Read my book

I wrote books about Webpack and React. Check them out!

Sunday, March 17, 2013

Middleware Pattern in JavaScript

Tower Complete by teotwawki
If you have ever used Express or some other web framework you are likely familiar with the concept of middleware. It is something that allows us to shape given input before moving into actual logic. Sometimes it may be beneficial to set up a post middleware as this allows you to define triggers based on what has happened. You can see this sort of solution at Mongoose for instance.

A while ago I figured that implementing a middleware scheme would clean up the API of a library of mine, rest-sugar. It is a library that greatly simplifies the creation of RESTful APIs. And I have been polishing it and related technologies lately. Express-style middleware API seemed like a good fit so I implemented that. There are both pre and post filters in place now and I find the interface quite nice.

The following snippet illustrates how the pattern works. Note that it is possible to simplify it further in case you need only one type of filters. In that case you do not need to keep track of context like here.
function init() {
    var handlers = {
        pre: [],
        post: []
    var context;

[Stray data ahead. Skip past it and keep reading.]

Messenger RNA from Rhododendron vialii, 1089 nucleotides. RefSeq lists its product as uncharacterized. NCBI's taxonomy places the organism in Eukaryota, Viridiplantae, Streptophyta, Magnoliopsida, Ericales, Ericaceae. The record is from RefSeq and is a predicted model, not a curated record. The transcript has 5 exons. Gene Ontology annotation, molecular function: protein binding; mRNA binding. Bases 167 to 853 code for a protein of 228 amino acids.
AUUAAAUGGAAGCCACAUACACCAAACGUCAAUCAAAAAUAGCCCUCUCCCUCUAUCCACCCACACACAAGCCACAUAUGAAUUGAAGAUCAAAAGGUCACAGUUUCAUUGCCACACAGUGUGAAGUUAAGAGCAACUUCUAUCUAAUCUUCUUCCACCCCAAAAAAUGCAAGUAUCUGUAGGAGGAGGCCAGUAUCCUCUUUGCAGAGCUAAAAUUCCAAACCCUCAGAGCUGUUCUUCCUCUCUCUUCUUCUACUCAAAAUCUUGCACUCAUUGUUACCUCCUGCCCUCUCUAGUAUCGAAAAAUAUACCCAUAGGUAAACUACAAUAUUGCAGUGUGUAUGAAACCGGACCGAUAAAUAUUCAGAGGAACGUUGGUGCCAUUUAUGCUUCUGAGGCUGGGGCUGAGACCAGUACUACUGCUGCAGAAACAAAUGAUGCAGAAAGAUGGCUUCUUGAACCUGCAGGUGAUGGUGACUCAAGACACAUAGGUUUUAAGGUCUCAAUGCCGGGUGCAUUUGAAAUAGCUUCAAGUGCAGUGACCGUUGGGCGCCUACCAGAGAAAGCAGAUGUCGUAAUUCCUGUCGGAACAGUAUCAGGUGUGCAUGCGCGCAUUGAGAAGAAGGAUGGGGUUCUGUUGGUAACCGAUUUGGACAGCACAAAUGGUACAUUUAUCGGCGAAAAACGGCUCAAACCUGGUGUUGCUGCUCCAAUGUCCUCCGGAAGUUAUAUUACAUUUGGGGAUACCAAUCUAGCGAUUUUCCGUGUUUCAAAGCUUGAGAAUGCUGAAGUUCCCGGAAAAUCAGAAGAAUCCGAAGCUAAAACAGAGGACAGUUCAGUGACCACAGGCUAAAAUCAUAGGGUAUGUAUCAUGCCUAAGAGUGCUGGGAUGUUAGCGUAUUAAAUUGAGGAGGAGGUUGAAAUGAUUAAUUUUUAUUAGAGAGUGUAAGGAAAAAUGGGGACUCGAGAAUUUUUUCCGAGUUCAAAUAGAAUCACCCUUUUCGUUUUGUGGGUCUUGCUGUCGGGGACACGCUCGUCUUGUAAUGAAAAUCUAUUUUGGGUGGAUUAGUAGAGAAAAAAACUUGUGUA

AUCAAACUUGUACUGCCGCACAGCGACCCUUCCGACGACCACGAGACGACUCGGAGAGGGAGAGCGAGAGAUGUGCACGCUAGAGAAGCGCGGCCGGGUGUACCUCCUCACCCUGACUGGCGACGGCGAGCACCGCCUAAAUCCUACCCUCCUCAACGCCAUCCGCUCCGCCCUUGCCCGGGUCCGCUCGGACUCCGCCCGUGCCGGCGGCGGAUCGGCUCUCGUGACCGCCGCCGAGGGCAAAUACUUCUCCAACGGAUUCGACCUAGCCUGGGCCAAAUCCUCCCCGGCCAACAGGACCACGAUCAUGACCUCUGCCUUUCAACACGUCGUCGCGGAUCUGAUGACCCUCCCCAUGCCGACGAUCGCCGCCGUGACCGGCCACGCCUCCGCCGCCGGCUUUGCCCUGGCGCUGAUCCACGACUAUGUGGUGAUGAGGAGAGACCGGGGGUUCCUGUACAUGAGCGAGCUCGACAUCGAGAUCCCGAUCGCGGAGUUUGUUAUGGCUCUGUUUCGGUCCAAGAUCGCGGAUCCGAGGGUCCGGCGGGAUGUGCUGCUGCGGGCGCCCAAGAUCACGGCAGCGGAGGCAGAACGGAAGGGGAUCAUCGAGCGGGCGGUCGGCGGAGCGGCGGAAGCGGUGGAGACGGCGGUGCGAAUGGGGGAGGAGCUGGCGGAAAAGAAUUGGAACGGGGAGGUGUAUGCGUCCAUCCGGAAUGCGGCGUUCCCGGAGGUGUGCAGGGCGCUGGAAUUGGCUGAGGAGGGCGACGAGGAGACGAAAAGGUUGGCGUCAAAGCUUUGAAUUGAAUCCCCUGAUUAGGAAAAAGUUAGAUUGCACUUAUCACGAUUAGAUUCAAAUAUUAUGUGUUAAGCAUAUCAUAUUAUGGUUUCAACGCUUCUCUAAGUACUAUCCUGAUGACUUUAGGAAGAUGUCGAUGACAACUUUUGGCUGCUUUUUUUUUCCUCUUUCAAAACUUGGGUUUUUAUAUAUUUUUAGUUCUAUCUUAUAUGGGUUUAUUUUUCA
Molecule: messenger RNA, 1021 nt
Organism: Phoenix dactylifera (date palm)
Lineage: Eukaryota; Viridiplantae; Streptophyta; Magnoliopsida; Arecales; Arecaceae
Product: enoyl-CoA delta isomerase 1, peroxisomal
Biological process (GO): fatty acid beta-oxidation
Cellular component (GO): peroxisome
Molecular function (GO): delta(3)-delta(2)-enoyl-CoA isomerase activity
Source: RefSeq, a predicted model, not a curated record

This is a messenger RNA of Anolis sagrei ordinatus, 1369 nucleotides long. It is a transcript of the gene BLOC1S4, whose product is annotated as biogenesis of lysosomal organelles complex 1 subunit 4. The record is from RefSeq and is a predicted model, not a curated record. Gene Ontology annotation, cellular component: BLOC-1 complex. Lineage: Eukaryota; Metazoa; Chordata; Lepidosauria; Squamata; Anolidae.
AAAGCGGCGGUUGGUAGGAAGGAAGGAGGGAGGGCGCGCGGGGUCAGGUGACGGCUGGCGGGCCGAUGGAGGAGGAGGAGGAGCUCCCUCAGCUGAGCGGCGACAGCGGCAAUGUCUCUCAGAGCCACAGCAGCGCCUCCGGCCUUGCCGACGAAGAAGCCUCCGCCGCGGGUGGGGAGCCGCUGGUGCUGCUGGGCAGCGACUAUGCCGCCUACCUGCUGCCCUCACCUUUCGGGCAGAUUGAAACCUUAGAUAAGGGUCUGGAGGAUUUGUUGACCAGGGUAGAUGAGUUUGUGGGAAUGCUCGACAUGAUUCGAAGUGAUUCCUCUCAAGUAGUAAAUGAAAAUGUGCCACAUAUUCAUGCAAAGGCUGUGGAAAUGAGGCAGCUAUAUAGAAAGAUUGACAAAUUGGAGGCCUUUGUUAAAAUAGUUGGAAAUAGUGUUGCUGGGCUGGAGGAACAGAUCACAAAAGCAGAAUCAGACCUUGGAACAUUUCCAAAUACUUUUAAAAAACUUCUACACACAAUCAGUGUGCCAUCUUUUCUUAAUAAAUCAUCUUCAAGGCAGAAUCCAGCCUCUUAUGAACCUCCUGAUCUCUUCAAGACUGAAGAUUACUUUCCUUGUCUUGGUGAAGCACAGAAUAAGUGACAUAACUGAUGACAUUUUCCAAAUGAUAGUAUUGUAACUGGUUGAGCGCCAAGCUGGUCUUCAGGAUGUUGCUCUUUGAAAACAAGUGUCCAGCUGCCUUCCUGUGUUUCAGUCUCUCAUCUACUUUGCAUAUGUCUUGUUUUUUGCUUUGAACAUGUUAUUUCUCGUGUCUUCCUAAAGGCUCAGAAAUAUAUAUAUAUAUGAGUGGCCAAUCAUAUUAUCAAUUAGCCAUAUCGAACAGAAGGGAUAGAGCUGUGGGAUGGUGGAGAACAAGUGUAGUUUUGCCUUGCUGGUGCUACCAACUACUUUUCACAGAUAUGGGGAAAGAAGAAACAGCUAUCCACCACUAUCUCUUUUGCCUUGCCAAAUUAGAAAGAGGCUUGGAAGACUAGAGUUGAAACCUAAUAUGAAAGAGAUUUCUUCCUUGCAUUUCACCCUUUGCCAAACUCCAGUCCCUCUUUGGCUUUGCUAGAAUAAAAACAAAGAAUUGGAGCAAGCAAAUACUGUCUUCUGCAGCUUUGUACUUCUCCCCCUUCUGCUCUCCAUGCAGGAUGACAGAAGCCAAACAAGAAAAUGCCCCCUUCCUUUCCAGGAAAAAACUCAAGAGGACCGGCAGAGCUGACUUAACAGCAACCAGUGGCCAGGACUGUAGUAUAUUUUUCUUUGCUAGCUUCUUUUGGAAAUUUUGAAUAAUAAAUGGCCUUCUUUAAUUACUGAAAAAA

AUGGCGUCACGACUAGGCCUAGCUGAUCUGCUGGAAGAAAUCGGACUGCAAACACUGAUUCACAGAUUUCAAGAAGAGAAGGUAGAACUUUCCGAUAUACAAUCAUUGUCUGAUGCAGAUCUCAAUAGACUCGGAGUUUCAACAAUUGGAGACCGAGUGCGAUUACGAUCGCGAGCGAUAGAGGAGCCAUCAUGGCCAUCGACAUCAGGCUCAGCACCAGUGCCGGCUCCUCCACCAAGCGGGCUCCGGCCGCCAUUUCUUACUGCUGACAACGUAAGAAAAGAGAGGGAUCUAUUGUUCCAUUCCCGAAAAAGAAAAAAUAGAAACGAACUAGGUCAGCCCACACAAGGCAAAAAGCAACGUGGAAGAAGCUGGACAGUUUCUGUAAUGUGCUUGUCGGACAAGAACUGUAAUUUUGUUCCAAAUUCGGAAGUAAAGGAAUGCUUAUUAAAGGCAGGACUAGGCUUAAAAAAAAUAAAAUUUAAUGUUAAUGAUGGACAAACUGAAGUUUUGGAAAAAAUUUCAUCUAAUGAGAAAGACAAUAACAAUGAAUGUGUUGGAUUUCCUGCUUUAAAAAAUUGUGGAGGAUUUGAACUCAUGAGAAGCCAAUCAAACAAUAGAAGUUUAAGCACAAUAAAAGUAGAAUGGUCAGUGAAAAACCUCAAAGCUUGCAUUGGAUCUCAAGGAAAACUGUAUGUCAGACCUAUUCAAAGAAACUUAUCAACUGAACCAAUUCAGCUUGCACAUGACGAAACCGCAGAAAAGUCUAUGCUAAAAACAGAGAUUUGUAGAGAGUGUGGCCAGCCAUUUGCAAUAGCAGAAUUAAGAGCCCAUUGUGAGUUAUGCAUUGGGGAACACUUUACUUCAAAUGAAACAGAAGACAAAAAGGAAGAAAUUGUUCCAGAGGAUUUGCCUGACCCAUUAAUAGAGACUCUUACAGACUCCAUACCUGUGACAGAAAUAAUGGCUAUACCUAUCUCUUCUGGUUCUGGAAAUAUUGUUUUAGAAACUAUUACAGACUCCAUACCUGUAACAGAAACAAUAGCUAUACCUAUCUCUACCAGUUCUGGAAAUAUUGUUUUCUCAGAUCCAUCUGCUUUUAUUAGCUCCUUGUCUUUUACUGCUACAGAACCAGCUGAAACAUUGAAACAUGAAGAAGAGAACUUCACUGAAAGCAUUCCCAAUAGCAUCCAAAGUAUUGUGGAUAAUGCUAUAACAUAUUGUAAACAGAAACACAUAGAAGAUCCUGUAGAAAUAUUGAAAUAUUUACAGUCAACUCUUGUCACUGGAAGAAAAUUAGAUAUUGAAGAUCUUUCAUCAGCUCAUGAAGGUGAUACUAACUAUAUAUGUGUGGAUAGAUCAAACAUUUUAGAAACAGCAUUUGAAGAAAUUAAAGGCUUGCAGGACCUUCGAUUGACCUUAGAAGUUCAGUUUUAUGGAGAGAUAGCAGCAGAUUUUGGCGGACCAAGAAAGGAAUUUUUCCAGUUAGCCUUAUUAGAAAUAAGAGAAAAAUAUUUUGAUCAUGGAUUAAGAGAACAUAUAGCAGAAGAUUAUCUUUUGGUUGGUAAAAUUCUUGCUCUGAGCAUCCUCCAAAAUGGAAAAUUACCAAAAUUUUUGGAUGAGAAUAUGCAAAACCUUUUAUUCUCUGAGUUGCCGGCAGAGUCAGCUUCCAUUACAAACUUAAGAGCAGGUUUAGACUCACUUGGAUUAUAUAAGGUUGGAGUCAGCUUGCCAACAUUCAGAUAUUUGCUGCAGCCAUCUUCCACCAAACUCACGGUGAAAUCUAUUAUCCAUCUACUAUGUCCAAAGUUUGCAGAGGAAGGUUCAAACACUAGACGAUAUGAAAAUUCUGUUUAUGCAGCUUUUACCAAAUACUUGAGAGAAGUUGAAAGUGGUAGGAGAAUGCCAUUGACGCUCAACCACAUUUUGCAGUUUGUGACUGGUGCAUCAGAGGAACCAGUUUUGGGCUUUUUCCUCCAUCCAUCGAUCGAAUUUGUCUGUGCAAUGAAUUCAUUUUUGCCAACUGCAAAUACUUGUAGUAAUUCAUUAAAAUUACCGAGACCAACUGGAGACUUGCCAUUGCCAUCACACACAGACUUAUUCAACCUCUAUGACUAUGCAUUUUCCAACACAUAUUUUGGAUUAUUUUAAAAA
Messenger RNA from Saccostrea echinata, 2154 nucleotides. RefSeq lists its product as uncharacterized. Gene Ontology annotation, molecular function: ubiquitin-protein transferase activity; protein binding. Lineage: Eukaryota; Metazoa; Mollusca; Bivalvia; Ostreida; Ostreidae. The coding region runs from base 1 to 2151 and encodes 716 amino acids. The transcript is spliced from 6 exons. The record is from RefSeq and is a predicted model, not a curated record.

// ... your logic goes here

    return {
        use: function(fn) {
        pre: function(fn) {
            context = 'pre';
        post: function(fn) {
            context = 'post';

// evaluate the middleware at your logic
// Using here.
function evaluateHandlers(handlers, req, res, done, data) {
    async.series( {
        return function(cb) {
            fn(req, res, cb, data);
    }), done);

// sample middleware
function only(method) {
    return function(req, res, next) {
        if(req.method == method) return next();

exports.only = only;

// and usage
var app = express();


var api = init(app);

api.pre(function() {
}) {
    api.use(function(req, res, next, data) {
        // trigger now

        // and remember to call next to avoid getting stuck!
Even though the idea is quite simple I like how it gives me a nice way to define extension points to my APIs. You can also define factories to construct middlewares you need. In this case only is such a factory. That is another quite powerful and handy pattern enabled by closures.